The Trump rally isn’t over—but not for the reasons you think

President Donald Trump sits in the cab of a tractor trailer during an event with truckers and truck industry chief executive officers on the South Lawn of the White House in Washington, D.C., U.S., on Thursday, March 23, 2017.
Andrew Harrer | Bloomberg | Getty Images

The Trump rally is not over, but not for the reasons that most investors think. Investors are miscalculating the likelihood of the three most prominent market catalysts emanating from Washington, both positive and negative.

First, comprehensive tax reform is still likely to happen, even as investors and CEOs alike recently have started to throw in the towel on their hopes for a rewrite of the tax code. Chief among their concerns is that this president made the same mistake as the last one, focusing initially on health care rather than going straight to tax reform. They fear that with health-care reform stalled, President Donald Trump and House Speaker Paul Ryan have already lost their legislative mojo.

In an effort to close the deal on the House Republicans' bill to repeal and (sort of) replace the Affordable Care Act, the president posited that there was an inextricable political link between Obamacare reform and tax reform that does not exist in actuality. Even with Obamacare reform stuck in purgatory, tax reform still has its best chance in a generation of being realized. It was a political imperative though that Republicans first sought to dismantle Obamacare after campaigning for the last six years on this promise. This does not, however, make failure of the health-care bill a proxy for a tax overhaul. On the contrary, with the failure to pass the American Health Care Act, Republicans will be even more motivated to achieve a major legislative win via tax reform.

The true challenge with tax reform has been timing. The Senate very well could still not take up its own version of a bill to revamp the tax code until the fall given its lack of progress to date on the issue as well as the impending series of "must-pass" legislative items, such as funding the government and raising the debt limit. But with Trump and Ryan pivoting quickly to tax reform and the Senate no longer stuck wrestling with health-care legislation for the next two months, the markets should take solace that it is now more likely they will have a shiny new tax reform law tucked under the White House Christmas tree this December and less likely that they will have to wait for the Easter Bunny to deliver it next spring.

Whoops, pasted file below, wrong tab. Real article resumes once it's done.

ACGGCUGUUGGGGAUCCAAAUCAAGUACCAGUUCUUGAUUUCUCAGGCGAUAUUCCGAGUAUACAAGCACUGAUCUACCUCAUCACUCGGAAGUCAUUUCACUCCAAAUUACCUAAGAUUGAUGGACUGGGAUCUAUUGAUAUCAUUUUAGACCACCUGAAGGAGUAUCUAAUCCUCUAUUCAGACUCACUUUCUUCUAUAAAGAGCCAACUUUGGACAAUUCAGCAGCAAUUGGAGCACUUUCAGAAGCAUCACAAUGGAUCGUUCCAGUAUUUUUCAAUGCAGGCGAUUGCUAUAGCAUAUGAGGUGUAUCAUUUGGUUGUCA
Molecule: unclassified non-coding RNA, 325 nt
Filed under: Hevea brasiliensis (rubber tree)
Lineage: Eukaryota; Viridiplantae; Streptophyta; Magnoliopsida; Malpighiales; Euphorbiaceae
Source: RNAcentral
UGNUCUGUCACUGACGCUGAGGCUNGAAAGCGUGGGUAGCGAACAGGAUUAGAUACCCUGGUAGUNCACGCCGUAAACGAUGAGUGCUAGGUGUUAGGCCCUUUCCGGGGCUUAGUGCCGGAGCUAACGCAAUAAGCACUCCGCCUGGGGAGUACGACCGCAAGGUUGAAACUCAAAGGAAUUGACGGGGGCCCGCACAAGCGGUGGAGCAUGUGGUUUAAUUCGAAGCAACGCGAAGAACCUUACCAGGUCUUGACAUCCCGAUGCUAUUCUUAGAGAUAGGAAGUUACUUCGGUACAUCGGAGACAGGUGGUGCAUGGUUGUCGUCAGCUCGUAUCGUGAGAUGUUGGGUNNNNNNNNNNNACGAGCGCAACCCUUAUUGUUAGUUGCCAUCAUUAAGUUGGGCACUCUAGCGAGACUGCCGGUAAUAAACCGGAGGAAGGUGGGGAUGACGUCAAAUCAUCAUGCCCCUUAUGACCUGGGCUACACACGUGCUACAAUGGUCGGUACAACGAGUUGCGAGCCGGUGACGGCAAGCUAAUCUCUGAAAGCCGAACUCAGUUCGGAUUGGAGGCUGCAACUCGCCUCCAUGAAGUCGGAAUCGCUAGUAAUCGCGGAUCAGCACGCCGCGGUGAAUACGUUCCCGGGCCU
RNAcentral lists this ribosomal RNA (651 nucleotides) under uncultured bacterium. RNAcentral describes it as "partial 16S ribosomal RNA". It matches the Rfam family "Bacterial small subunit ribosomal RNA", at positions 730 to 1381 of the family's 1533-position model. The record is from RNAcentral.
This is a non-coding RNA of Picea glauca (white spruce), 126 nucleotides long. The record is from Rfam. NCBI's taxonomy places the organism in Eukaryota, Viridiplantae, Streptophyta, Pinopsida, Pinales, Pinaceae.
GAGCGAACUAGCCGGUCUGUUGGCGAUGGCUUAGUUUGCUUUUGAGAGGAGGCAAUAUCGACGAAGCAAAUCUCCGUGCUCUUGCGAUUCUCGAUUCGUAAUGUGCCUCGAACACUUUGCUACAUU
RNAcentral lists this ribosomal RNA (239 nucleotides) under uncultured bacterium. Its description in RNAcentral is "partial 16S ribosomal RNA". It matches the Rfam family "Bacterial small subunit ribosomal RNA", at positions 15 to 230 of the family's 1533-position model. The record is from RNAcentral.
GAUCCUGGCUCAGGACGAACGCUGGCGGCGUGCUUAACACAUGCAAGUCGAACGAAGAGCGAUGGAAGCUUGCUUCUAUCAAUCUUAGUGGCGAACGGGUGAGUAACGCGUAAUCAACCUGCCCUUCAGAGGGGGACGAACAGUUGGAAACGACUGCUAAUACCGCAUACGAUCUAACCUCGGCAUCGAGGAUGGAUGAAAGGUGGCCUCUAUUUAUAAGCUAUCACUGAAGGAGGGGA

Second, market participants are over-anticipating, both in terms of timing and magnitude, other major fiscal stimulus measures, most notably infrastructure investment and deregulation.

At the same time that investors are wringing their hands over tax cuts happening, they are irrationally exuberant over $1 trillion in infrastructure investment materializing. The markets view infrastructure as having bipartisan support from the Trump administration and congressional Democrats, but they are misreading the situation. Hill Republicans, who actually control Congress, are not interested in spending more federal dollars on infrastructure projects. Meanwhile, private investment will require a revenue stream, such as a new toll road or airport user fee. Democrats, in contrast, are seeking to repair crumbling roads and bridges, a cost that cannot be recouped by a private investor. Thus, while there appears to be hope of literally bridging the political chasm between the two parties in theory, no such path forward exists in reality.

Even with Obamacare reform stuck in purgatory, tax reform still has its best chance in a generation of being realized.

Another top objective for the Trump administration is massive deregulation. One should not under-estimate the degree of market momentum derived from the certainty that there will not be any new regulations that undercut existing business models broadly across the economy after the eight years of the Obama administration. But investors have also been getting too excited about the extent and pace of regulatory rollback, especially in the case of the banking sector. After all, the Senate still needs at least 60 votes, including the support of at least eight Democrats, to undo the Dodd-Frank Act. Those parts of the economy for which President Barack Obama relied solely on executive authority to regulate, such as the oil and gas sector, are most likely to benefit from President Trump's deregulation.

Finally, the aspect of the new administration's policy agenda, which market participants have had the most difficulty assessing is the mix of protectionist trade, immigration, and national security policy prescriptions that fall under the "America First" umbrella, so they have decided to ignore them altogether. The aggressive economic nationalism championed by White House Chief Strategist Stephen Bannon could trigger an array of significant financial disruptions. Investors, however, consider Trump fundamentally to be a pragmatic businessman at heart who shares their interest in seeing the market rally continue. Inevitably, there will come a geopolitical test that will demonstrate whether Trump is willing to put Bannon's rhetoric into practice. Until then though, the Trump rally still has room to run.

Commentary by Stephen A. Myrow, the managing partner of Beacon Policy Advisors LLC, an independent policy research firm based in Washington, DC. He previously served as a senior U.S. Treasury Department official from 2008 to 2009 under President George W. Bush. Follow him on Twitter @smyrow.

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